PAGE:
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Migraine

Most people who do not know much about migraines share a common misconception that a migraine is “just a headache”.

Read on to clear up any misconceptions you may have surrounding the topic of migraines and to find out more about a common health condition that affects 1 in every 5 women and 1 in every 15 men.

It is the third most common disease in the world and is more prevalent than diabetes, epilepsy and asthma combined.

Research suggests that 3000 migraine attacks occur every day for each million of the general population, which equates to over 190000 migraine attacks every day in the UK.

Migraine is a complex condition consisting of a variety of symptoms as detailed in the image below:

Migraines come in various shapes and sizes. The most common types of migraine fall into two categories:

> Migraine with aura
> Migraine without aura

Not everyone will have a ‘typical’ migraine and the experience is unique to the individual. They generally have four to five stages which are outlined below:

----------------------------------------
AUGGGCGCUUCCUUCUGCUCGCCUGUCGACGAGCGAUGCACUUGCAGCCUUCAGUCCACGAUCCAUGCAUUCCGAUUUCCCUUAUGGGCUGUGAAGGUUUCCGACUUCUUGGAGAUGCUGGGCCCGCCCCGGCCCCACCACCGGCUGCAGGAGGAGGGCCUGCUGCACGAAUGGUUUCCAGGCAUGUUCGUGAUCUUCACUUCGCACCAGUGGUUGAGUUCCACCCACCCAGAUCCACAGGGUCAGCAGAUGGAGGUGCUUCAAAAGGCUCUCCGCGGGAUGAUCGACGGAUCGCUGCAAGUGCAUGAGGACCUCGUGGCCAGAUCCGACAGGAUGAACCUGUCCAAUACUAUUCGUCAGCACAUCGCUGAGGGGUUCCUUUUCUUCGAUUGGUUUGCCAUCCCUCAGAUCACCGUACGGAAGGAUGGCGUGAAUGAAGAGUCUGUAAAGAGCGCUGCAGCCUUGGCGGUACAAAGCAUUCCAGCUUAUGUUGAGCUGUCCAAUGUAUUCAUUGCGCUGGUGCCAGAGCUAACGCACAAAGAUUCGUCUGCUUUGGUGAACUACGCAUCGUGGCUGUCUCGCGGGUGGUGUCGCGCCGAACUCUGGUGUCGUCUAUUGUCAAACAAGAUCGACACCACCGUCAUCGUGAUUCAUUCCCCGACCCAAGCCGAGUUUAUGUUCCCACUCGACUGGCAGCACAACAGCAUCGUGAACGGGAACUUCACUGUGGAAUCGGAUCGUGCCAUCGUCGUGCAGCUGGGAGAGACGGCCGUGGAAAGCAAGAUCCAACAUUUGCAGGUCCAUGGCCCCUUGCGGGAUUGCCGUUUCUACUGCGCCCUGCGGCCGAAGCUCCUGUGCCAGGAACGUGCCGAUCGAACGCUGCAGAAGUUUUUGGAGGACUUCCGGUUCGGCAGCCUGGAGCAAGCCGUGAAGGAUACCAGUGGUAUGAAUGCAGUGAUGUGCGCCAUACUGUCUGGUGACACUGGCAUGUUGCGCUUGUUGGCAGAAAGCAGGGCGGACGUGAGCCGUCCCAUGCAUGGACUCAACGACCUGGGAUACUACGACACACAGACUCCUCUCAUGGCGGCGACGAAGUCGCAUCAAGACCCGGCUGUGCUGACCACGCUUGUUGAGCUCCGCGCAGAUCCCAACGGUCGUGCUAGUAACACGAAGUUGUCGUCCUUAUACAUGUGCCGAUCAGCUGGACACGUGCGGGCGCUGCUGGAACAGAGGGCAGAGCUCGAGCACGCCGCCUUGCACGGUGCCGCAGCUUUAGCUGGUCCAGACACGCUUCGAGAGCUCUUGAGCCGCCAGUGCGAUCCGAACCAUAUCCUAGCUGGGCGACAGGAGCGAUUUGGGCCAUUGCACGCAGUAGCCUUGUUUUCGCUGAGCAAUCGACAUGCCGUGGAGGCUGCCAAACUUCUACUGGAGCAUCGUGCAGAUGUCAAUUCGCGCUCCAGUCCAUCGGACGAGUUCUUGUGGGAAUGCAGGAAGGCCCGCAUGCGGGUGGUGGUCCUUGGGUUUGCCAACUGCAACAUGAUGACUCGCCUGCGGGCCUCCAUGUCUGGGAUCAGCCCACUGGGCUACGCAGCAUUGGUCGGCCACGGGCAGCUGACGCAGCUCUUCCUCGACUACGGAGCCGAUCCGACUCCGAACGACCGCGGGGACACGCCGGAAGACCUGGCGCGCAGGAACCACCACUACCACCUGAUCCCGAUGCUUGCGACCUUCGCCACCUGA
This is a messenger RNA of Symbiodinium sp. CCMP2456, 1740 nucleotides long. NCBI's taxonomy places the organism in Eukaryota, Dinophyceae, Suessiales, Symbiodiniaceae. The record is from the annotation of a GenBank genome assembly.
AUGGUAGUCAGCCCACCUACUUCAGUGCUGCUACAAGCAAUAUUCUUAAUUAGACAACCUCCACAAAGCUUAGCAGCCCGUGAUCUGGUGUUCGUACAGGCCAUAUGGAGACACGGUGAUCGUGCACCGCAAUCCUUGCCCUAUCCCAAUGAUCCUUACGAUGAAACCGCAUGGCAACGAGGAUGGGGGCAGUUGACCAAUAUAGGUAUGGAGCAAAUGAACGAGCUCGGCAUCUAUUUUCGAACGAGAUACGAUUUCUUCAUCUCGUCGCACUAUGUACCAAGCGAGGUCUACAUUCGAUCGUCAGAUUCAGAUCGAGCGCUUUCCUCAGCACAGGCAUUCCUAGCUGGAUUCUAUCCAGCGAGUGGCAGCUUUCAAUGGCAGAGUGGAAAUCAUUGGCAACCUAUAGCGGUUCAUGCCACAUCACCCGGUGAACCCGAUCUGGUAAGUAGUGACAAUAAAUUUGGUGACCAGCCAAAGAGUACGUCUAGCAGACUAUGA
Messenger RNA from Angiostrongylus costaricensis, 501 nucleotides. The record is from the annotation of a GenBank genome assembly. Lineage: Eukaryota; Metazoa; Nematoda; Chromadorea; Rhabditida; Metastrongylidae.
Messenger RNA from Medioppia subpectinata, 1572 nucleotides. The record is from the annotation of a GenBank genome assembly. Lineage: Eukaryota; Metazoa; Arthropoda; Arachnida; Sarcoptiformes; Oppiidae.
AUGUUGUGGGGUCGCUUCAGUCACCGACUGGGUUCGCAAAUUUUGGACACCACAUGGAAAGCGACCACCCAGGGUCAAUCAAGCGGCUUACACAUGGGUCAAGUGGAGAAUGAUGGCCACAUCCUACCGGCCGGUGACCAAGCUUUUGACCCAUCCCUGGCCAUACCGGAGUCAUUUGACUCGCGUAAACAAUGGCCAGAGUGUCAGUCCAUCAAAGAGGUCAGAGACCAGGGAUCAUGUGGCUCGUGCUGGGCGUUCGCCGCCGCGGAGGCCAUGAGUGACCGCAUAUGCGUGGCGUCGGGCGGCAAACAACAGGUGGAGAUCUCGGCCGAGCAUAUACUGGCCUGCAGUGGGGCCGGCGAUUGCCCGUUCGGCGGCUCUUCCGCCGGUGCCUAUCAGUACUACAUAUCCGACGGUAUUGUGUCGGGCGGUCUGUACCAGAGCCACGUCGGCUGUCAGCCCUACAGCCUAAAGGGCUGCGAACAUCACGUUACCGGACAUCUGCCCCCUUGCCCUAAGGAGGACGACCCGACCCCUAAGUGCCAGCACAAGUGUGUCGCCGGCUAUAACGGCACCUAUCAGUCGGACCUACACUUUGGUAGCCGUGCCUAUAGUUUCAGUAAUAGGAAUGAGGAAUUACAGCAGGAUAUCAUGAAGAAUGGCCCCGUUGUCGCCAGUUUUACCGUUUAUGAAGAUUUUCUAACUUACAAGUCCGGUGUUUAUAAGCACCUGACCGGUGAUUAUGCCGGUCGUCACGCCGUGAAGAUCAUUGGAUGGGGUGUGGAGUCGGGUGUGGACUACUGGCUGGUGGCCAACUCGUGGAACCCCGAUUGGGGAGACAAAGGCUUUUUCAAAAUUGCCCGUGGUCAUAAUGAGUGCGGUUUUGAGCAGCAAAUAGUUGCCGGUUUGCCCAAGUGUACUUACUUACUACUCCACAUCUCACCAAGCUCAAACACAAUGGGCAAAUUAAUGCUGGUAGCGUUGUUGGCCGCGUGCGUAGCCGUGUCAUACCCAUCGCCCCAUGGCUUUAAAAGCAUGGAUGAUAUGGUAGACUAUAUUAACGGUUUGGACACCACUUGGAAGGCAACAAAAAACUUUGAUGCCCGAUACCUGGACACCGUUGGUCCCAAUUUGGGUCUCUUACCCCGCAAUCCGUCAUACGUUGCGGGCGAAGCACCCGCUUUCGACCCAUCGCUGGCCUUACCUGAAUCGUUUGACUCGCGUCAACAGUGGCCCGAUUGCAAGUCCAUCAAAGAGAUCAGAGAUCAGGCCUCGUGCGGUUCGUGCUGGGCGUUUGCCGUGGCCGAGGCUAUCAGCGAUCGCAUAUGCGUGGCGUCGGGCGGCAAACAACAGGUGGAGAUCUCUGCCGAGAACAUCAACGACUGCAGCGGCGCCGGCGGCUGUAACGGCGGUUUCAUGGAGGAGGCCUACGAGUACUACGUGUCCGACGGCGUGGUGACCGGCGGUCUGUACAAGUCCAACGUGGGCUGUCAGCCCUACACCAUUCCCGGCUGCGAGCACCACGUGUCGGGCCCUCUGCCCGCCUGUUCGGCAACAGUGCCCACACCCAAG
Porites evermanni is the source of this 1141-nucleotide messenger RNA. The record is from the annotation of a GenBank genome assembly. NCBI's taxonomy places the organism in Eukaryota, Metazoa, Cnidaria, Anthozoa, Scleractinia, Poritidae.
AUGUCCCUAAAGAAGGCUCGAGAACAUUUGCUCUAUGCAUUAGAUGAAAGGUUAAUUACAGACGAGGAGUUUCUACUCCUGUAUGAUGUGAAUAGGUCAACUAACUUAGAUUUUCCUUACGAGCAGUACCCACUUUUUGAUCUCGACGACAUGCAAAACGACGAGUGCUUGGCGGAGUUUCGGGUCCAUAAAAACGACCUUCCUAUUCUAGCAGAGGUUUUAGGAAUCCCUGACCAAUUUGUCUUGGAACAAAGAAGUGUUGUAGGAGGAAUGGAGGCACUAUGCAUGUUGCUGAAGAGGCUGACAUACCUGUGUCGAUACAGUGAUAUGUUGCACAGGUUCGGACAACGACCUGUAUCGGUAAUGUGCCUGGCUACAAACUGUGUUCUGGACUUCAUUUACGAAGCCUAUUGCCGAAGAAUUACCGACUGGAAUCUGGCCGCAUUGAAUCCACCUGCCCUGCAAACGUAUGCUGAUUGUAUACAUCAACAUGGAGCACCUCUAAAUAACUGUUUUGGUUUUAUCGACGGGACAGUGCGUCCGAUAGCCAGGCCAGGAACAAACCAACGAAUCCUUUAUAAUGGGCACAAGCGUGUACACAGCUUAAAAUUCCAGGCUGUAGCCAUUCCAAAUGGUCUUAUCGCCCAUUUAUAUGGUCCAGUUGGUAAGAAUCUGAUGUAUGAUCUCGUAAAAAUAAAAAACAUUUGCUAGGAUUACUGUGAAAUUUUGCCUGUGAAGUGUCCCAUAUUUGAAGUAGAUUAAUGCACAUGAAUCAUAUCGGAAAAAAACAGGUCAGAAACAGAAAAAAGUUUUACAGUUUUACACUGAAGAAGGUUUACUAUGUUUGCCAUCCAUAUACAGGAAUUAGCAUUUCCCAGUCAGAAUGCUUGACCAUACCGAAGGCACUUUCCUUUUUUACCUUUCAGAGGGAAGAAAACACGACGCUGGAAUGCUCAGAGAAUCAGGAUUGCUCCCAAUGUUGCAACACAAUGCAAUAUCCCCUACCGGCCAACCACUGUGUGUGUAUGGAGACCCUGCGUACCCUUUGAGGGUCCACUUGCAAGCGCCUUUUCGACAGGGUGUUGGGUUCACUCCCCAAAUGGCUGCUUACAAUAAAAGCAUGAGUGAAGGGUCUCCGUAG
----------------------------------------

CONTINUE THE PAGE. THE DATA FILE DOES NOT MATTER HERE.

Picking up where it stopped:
There is no known cause for migraine, although most people with it are genetically predisposed to migraine. If you are susceptible to migraine there are certain triggers which commonly occur. These include stress, lack of food, alcohol, hormonal changes in women, lack of sleep and the environment.

Due to its complex nature, the treatments available are varied and differ from person to person. If you feel you may be suffering from migraines, come into the pharmacy and speak to the pharmacist who will be able to advise you or speak to your GP.

For more information visit https://www.migrainetrust.org/ which is the largest research and support charity for people affected by migraine in the UK.

Visit  https://www.nhs.uk/conditions/migraine/ for more information on migraines.

A great article written by Ria Bhola, Headache Nurse Specialist can be accessed by visiting:
https://www.healthawareness.co.uk/managing-pain/the-symptoms-and-stages-of-a-migraine/#